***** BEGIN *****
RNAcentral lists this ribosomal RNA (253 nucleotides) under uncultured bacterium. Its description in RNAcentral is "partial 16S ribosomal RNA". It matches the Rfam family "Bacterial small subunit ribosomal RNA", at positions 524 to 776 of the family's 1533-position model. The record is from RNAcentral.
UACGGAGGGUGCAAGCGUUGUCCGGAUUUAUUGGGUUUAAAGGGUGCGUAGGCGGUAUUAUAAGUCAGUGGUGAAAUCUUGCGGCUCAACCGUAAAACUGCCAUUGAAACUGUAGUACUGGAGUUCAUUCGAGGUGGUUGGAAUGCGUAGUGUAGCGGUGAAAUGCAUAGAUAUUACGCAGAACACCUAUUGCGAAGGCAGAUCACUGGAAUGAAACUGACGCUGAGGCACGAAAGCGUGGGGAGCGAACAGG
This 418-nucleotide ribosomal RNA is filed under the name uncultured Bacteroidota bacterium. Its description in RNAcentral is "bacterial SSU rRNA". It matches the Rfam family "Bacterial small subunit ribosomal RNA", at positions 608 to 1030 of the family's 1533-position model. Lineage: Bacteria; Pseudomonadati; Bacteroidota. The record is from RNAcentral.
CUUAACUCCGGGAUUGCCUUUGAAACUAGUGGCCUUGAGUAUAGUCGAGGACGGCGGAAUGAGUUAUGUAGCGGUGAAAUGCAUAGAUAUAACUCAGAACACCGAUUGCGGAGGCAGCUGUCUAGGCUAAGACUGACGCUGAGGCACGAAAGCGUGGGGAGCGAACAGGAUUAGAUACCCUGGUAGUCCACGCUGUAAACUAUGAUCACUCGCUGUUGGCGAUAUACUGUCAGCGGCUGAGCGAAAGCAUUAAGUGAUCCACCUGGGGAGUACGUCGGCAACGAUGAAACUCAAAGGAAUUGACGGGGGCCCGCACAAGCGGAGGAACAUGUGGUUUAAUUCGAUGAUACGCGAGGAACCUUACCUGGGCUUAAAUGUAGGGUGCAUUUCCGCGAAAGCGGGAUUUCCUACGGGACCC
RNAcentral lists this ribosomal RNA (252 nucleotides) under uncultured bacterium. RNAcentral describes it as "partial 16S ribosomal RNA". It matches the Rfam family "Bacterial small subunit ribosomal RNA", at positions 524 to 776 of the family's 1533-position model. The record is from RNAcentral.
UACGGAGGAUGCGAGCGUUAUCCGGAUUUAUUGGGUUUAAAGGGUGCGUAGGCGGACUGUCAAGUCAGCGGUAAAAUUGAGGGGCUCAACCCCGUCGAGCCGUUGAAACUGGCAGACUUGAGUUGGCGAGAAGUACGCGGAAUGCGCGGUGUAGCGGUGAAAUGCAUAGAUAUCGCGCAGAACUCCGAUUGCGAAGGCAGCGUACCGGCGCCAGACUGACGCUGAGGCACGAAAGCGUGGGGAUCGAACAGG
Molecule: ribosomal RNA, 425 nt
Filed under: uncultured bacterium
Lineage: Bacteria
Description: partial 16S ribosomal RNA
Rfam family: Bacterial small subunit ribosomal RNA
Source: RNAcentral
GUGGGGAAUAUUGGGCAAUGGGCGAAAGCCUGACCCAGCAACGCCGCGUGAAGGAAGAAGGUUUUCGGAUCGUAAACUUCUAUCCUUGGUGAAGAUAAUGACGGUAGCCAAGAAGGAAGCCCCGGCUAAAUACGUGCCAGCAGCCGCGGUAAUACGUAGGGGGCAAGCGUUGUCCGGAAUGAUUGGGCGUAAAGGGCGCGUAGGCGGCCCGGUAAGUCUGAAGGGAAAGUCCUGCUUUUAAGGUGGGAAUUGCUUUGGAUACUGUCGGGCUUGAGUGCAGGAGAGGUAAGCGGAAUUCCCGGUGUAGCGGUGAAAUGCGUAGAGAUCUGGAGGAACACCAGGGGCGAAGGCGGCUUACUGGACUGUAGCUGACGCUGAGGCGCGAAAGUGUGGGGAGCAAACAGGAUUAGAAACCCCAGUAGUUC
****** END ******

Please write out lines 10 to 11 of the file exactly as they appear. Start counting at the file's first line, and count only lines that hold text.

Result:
Description: partial 16S ribosomal RNA
Rfam family: Bacterial small subunit ribosomal RNA